Argent falls into the categories of both “surnames as first names” and “word names,” though they share the same source: the Old (and Modern) French argent “silver.”

Silver’s association with the moon goes back to ancient times. It has long been believed to enhance the power of the moon, capable of forging a strong link between the the physical and metaphysical worlds.

The surname probably arose as a nickname for someone with silver hair, while the word has been used in the past as a noun (for a silver coin) and an adjective.

Nowadays, it is mostly confined to heraldry, where it is used of both silver and white in coats of arms.

The Old French word came from the Latin for silver argentum, which gives us the chemical symbol for silver — Ag.

It is cognate with the Welsh arian “silver” — which is still used to mean “money” in Welsh — which is found in more than one Welsh name, such as Arianwen, which combines it with gwyn “white,” “pure,” and “blessed,” and Arianell, which combines it with gell “yellow,” and “shining.”

It may also feature in the name of the Goddess Arianrhod — which is popularly interpreted as meaning “silver wheel” and a reference to the moon.

Caer Arianrhod is the Welsh name for the Milky Way.

The Common Celtic word from which arian derived was *arganto-, and the “g” is preserved in the medieval name Argante — used by Layamon in the twelfth century epic poem Brut as the name of the Queen of Avalon.

She is usually identified with Morgan le Fay, and there are those who argue that the name derives from an older form of Arianrhod.

Another old form is Eraint, which features in the epithet of the mythical Welsh figure Lludd Llaw Eraint “Lludd of the Silver Hand.”

This form also happens to demonstrate well the etymological relation between arian and the Modern Welsh Eirian “shining.”

Meanwhile, its Sanskrit cognate is Arjuna, a name borne by a hero of the epic Mahabharata. The modern Hindi form of the name is Arjun.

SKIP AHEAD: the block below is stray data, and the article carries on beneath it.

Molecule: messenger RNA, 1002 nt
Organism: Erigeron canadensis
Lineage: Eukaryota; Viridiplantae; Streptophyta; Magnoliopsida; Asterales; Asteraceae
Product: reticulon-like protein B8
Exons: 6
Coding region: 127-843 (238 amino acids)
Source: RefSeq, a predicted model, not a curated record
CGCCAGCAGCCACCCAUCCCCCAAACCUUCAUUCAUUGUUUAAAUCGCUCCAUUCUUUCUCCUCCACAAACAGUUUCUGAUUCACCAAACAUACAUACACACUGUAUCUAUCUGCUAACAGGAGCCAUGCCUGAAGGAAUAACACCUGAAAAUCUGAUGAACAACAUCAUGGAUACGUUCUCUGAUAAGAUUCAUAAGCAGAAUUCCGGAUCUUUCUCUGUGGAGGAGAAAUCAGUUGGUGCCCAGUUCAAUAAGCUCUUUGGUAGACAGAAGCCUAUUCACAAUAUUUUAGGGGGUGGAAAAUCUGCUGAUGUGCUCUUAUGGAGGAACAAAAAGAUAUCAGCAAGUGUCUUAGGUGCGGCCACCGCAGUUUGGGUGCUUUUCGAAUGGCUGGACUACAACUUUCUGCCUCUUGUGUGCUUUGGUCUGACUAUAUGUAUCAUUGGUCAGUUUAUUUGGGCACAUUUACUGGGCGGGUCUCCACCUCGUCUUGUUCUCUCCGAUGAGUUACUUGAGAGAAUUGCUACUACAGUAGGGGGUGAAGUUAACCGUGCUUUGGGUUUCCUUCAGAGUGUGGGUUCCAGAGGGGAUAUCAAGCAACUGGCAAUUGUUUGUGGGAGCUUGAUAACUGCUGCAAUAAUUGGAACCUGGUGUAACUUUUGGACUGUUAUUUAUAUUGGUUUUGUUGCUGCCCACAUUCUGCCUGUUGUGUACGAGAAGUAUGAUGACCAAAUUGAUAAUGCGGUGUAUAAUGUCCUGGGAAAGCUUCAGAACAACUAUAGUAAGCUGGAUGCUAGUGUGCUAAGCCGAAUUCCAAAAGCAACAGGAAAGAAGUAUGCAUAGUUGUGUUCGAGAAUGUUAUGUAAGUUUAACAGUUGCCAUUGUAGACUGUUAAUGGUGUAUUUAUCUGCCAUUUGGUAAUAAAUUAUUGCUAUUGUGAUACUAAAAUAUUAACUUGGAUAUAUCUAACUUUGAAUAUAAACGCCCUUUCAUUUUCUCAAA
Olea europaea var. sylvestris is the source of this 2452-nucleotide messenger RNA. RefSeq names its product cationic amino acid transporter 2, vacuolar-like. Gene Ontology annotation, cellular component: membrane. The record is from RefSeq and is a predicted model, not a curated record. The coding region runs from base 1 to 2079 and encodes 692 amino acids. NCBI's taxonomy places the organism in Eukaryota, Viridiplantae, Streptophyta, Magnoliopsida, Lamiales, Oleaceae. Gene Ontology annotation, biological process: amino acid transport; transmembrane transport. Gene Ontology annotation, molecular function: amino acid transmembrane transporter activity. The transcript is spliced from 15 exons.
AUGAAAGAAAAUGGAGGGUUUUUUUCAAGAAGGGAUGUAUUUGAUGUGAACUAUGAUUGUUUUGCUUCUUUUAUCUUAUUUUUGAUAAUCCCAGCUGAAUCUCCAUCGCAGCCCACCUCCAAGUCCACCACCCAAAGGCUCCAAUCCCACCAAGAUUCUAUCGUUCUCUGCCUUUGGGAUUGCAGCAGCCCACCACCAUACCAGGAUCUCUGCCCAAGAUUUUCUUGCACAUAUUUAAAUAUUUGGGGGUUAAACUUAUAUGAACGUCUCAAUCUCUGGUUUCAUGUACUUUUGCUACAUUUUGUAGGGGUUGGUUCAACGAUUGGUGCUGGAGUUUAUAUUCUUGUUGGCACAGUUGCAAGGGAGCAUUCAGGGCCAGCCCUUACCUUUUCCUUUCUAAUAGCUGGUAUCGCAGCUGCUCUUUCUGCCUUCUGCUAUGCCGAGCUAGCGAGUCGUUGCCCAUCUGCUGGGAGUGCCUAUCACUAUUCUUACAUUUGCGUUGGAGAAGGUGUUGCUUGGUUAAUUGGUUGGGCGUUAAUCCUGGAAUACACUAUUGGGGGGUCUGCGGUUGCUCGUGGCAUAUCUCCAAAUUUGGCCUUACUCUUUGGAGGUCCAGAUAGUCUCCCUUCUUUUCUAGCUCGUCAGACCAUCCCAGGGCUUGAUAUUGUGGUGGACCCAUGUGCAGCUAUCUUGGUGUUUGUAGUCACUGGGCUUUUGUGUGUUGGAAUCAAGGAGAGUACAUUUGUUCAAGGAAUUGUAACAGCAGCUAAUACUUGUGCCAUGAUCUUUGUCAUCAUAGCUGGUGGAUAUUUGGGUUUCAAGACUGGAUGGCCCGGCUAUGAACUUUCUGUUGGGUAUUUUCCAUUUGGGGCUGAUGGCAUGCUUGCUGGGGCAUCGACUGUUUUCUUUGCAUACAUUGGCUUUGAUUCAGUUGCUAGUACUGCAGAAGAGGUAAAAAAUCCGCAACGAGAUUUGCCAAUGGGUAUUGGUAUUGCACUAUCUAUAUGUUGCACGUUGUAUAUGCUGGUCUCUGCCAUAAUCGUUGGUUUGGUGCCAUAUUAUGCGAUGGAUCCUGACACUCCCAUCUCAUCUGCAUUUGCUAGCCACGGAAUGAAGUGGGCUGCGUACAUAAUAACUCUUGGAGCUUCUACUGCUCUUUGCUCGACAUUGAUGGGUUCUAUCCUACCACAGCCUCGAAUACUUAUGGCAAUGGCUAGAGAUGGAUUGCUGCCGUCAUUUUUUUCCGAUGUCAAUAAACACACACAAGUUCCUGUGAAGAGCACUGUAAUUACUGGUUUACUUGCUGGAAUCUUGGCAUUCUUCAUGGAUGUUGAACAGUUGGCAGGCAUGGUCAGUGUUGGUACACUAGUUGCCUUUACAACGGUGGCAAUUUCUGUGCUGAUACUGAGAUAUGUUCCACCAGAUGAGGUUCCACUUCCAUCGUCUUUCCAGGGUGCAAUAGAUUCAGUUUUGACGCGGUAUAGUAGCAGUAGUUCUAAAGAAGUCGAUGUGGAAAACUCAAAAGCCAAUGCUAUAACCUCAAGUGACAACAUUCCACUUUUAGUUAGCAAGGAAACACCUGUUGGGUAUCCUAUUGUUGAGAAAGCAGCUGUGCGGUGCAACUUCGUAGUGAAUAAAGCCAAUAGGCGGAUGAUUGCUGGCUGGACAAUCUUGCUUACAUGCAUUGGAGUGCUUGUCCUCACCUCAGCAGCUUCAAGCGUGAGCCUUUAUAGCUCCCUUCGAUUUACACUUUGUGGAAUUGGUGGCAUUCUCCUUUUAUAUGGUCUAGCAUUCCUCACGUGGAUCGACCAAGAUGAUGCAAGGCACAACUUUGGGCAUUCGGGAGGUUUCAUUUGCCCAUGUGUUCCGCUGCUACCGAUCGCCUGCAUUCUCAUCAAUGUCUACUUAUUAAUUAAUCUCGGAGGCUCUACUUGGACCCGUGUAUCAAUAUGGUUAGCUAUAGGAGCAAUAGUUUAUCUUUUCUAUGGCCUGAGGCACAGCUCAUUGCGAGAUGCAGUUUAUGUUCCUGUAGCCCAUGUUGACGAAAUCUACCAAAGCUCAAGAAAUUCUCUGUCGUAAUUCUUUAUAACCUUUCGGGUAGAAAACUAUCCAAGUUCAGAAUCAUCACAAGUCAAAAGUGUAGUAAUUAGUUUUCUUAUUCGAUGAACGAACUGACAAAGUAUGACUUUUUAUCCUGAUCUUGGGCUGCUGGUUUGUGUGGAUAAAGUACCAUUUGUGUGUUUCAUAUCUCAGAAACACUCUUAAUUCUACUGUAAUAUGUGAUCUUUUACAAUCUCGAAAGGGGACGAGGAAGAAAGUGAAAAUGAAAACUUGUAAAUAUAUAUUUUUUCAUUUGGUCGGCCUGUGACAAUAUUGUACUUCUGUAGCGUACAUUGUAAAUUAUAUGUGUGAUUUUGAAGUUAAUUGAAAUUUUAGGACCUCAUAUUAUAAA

Argent itself is first found as a given name as early as the sixteenth century, interestingly enough as a girl’s name. This probably represented a simpler form of Argentea, which was taken directly from the Latin argenteus meaning “silvery” and “of silver.”

By the nineteenth century, it is more commonly found as a boy’s name, often as a middle name, indicative that the surname was now the principal source.

Today, Argent is a rarity. It has never reached the top 1000 in America, and only even appears in the data at all on one occasion, in 1926, when five girls were given the name.

Bursting as it is with heritage and meaning, I think it makes for a great unusual and contemporary choice for a boy or a girl. What do you think?

Read Full Post »

That’s “Happy Saint Dwynwen’s Day!” in English.

Saint Who?

In Wales, Dwnywen (pronounce “doo-in-wen” — the “doo-in” bit pronounced so quickly that it almost sounds like “dwin”) is considered the “Welsh St. Valentine,” and people increasingly mark St Dwynwen’s as well as — sometimes instead of — Valentine’s day.

Naturally, she has also become the Welsh patron saint of lovers.

Like Valentine, she’s a saint of very shadowy roots.

The legend says she lived in the fifth century, one of the many daughters of the legendary Brychan Brycheiniog — a man who, according to the myths, has more saintly children under his belt than most of us have hot dinners.

There are many versions of her tale, but in essence, she fell in love with a young man called Maelon, but would not marry him, either because her father forbade it or because she had sworn herself to a life of saintly celibacy.